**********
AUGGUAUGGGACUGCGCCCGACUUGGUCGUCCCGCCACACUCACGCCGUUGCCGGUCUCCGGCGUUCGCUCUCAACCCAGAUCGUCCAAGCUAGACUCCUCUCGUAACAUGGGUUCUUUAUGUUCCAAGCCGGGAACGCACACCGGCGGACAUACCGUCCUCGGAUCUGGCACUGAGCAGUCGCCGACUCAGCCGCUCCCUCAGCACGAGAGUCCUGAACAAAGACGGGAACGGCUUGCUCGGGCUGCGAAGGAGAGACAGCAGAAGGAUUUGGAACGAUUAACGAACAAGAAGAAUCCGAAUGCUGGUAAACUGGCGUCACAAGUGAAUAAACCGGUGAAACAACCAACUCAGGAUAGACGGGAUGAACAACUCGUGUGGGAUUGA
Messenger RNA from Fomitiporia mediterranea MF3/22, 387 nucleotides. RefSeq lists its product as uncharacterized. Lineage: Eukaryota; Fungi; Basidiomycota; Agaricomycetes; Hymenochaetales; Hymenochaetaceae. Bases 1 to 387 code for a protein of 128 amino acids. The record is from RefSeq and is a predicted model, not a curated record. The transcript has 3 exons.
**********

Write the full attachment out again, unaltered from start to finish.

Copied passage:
AUGGUAUGGGACUGCGCCCGACUUGGUCGUCCCGCCACACUCACGCCGUUGCCGGUCUCCGGCGUUCGCUCUCAACCCAGAUCGUCCAAGCUAGACUCCUCUCGUAACAUGGGUUCUUUAUGUUCCAAGCCGGGAACGCACACCGGCGGACAUACCGUCCUCGGAUCUGGCACUGAGCAGUCGCCGACUCAGCCGCUCCCUCAGCACGAGAGUCCUGAACAAAGACGGGAACGGCUUGCUCGGGCUGCGAAGGAGAGACAGCAGAAGGAUUUGGAACGAUUAACGAACAAGAAGAAUCCGAAUGCUGGUAAACUGGCGUCACAAGUGAAUAAACCGGUGAAACAACCAACUCAGGAUAGACGGGAUGAACAACUCGUGUGGGAUUGA
Messenger RNA from Fomitiporia mediterranea MF3/22, 387 nucleotides. RefSeq lists its product as uncharacterized. Lineage: Eukaryota; Fungi; Basidiomycota; Agaricomycetes; Hymenochaetales; Hymenochaetaceae. Bases 1 to 387 code for a protein of 128 amino acids. The record is from RefSeq and is a predicted model, not a curated record. The transcript has 3 exons.